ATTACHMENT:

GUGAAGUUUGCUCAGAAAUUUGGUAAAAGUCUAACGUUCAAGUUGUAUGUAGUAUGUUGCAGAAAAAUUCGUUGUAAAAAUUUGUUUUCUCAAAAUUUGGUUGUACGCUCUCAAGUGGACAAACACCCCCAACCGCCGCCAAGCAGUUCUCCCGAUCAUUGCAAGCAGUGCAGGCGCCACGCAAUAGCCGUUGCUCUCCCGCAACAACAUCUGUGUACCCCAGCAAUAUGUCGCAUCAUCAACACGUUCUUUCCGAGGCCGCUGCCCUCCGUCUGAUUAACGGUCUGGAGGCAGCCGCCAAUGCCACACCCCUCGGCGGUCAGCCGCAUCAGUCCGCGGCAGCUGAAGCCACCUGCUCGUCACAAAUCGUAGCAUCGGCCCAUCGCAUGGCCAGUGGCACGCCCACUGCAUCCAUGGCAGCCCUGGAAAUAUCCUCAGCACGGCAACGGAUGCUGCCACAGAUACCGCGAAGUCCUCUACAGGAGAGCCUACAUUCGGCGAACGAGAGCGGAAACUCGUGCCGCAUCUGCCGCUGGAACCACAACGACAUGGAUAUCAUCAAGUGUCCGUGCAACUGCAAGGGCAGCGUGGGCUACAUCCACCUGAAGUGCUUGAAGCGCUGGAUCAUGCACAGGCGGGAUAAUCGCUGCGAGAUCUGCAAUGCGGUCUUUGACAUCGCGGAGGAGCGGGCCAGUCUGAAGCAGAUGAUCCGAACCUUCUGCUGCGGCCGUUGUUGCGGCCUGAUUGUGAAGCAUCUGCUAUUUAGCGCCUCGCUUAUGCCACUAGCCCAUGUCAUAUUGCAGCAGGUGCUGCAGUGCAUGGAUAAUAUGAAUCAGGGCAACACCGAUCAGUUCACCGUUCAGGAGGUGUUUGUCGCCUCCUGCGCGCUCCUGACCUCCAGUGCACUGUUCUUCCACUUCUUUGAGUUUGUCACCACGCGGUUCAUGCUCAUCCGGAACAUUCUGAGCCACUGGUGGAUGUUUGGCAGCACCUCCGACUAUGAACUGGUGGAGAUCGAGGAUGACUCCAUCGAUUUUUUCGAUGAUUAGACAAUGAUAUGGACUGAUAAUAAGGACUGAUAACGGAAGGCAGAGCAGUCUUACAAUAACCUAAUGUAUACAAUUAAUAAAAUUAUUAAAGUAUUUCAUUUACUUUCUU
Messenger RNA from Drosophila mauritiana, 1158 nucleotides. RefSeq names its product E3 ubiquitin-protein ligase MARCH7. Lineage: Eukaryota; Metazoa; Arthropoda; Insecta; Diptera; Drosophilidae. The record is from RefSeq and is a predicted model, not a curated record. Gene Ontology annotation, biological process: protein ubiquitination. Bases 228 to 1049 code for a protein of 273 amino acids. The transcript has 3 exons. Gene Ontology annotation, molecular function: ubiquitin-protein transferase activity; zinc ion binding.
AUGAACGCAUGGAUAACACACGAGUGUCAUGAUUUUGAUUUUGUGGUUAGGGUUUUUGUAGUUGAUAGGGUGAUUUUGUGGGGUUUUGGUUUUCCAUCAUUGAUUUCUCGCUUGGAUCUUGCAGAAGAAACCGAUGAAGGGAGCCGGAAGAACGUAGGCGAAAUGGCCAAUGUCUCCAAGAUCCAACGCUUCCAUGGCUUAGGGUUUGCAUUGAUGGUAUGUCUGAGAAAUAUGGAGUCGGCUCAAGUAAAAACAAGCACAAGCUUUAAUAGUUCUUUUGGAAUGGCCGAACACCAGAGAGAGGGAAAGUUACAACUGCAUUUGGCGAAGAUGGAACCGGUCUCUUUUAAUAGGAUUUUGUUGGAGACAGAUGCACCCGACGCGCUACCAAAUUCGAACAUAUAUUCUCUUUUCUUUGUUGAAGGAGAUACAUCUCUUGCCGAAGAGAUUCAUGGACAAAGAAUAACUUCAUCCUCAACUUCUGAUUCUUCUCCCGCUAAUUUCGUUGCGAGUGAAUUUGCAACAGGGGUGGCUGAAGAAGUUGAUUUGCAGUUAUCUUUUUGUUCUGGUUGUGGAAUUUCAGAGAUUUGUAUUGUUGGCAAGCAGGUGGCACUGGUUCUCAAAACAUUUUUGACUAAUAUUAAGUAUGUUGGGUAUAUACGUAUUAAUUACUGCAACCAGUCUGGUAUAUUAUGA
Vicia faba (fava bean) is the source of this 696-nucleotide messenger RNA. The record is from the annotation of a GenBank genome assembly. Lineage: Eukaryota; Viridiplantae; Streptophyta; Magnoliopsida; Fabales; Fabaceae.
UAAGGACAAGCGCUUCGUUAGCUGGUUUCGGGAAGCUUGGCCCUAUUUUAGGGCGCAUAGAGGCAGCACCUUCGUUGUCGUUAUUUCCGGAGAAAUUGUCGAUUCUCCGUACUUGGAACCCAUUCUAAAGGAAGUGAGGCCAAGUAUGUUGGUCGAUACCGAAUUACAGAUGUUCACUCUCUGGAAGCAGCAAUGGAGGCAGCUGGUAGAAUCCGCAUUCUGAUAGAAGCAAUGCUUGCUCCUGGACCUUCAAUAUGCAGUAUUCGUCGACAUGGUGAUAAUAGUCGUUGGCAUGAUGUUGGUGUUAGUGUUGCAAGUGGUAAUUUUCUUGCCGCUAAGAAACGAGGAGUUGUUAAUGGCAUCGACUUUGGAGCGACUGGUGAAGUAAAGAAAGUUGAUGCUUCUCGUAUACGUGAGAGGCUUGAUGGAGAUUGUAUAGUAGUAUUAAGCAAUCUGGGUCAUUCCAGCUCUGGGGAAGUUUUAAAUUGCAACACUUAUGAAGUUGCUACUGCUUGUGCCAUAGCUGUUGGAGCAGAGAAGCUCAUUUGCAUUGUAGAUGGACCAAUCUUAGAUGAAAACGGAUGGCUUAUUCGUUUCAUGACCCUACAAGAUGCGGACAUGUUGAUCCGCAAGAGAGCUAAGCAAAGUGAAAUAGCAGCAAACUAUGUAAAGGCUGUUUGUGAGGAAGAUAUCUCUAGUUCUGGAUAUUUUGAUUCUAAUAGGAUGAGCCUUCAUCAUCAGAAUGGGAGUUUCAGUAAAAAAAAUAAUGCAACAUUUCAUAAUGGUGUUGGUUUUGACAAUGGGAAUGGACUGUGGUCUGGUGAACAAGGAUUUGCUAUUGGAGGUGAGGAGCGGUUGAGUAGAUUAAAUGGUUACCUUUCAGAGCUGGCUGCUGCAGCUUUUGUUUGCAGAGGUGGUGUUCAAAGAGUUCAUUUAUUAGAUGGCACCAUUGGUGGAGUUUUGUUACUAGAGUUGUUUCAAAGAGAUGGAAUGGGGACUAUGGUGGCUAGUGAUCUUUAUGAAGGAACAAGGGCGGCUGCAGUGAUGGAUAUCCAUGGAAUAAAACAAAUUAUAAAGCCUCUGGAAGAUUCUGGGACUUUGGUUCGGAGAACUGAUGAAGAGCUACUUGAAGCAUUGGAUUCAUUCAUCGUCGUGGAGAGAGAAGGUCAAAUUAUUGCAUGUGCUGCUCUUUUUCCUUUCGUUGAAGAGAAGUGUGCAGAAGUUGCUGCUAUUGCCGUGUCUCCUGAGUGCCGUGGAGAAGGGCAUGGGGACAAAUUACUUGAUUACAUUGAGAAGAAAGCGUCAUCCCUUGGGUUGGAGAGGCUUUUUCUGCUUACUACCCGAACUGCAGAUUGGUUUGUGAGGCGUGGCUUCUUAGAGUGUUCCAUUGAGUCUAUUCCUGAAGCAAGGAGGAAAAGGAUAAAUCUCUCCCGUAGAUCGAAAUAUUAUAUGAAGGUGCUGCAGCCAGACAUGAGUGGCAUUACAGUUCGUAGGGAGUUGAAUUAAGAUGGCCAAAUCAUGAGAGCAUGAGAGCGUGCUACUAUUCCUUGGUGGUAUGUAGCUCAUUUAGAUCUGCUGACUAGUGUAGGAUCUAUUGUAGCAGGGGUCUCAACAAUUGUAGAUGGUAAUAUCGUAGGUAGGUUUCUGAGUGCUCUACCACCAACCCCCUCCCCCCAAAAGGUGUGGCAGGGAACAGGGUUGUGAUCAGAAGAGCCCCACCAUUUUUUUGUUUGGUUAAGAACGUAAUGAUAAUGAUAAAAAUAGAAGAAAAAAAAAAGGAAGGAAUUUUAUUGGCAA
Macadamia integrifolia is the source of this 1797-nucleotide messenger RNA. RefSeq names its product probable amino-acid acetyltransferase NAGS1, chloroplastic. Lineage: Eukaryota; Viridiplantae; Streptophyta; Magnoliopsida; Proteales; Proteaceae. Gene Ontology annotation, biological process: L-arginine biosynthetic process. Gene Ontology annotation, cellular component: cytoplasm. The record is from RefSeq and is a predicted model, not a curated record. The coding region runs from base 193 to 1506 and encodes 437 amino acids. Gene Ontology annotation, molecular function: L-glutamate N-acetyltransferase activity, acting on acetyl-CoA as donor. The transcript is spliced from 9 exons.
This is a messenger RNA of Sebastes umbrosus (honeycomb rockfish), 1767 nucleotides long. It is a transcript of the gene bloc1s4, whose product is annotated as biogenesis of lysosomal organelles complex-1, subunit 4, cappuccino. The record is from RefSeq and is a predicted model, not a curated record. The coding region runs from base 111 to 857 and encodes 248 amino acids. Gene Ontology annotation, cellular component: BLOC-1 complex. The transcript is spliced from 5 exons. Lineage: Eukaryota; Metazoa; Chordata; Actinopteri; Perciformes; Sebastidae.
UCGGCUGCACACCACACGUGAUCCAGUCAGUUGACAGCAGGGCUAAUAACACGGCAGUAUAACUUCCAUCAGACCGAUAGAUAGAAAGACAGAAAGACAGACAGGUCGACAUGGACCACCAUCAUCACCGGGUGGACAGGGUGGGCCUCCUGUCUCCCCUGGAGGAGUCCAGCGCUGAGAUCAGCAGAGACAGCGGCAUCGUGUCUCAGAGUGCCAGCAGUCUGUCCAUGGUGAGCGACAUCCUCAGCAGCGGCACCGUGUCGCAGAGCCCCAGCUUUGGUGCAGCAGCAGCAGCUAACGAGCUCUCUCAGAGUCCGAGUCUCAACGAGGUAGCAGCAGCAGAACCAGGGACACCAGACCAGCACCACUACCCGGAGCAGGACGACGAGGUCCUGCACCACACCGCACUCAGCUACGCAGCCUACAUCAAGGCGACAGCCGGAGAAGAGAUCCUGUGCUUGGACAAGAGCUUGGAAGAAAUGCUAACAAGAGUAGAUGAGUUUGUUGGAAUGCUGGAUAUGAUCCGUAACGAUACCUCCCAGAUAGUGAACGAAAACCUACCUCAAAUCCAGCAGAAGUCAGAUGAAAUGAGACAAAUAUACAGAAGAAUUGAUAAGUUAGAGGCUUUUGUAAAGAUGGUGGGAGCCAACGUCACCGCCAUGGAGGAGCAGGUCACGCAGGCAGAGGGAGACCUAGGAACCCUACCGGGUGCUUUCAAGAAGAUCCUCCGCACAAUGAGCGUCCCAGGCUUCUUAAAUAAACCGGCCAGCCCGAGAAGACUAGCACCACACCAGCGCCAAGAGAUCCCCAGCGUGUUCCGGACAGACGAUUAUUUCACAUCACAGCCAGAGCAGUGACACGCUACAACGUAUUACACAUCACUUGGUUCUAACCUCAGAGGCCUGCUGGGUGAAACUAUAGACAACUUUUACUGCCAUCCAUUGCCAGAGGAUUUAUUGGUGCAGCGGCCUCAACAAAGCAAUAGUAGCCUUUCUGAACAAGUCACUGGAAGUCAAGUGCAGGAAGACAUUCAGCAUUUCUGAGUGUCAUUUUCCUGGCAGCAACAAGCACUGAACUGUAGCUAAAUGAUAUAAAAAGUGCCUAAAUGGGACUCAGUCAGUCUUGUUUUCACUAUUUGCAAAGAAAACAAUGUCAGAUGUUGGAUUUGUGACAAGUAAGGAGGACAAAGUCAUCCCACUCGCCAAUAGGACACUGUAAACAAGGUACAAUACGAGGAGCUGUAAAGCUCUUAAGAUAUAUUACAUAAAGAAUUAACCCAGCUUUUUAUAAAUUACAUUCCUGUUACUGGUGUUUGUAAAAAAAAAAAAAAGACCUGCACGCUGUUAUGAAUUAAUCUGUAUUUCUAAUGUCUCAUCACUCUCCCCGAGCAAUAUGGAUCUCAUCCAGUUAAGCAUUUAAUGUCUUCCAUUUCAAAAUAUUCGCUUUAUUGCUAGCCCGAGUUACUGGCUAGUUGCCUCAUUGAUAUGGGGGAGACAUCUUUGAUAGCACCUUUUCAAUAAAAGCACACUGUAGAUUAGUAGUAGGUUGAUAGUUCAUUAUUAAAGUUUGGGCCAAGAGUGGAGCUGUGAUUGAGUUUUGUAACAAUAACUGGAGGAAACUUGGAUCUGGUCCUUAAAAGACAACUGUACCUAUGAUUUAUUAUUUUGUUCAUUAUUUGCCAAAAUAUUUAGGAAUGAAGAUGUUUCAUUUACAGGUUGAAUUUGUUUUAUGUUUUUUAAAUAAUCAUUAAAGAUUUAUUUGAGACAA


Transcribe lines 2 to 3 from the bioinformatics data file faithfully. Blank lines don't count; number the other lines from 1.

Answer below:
Messenger RNA from Drosophila mauritiana, 1158 nucleotides. RefSeq names its product E3 ubiquitin-protein ligase MARCH7. Lineage: Eukaryota; Metazoa; Arthropoda; Insecta; Diptera; Drosophilidae. The record is from RefSeq and is a predicted model, not a curated record. Gene Ontology annotation, biological process: protein ubiquitination. Bases 228 to 1049 code for a protein of 273 amino acids. The transcript has 3 exons. Gene Ontology annotation, molecular function: ubiquitin-protein transferase activity; zinc ion binding.
AUGAACGCAUGGAUAACACACGAGUGUCAUGAUUUUGAUUUUGUGGUUAGGGUUUUUGUAGUUGAUAGGGUGAUUUUGUGGGGUUUUGGUUUUCCAUCAUUGAUUUCUCGCUUGGAUCUUGCAGAAGAAACCGAUGAAGGGAGCCGGAAGAACGUAGGCGAAAUGGCCAAUGUCUCCAAGAUCCAACGCUUCCAUGGCUUAGGGUUUGCAUUGAUGGUAUGUCUGAGAAAUAUGGAGUCGGCUCAAGUAAAAACAAGCACAAGCUUUAAUAGUUCUUUUGGAAUGGCCGAACACCAGAGAGAGGGAAAGUUACAACUGCAUUUGGCGAAGAUGGAACCGGUCUCUUUUAAUAGGAUUUUGUUGGAGACAGAUGCACCCGACGCGCUACCAAAUUCGAACAUAUAUUCUCUUUUCUUUGUUGAAGGAGAUACAUCUCUUGCCGAAGAGAUUCAUGGACAAAGAAUAACUUCAUCCUCAACUUCUGAUUCUUCUCCCGCUAAUUUCGUUGCGAGUGAAUUUGCAACAGGGGUGGCUGAAGAAGUUGAUUUGCAGUUAUCUUUUUGUUCUGGUUGUGGAAUUUCAGAGAUUUGUAUUGUUGGCAAGCAGGUGGCACUGGUUCUCAAAACAUUUUUGACUAAUAUUAAGUAUGUUGGGUAUAUACGUAUUAAUUACUGCAACCAGUCUGGUAUAUUAUGA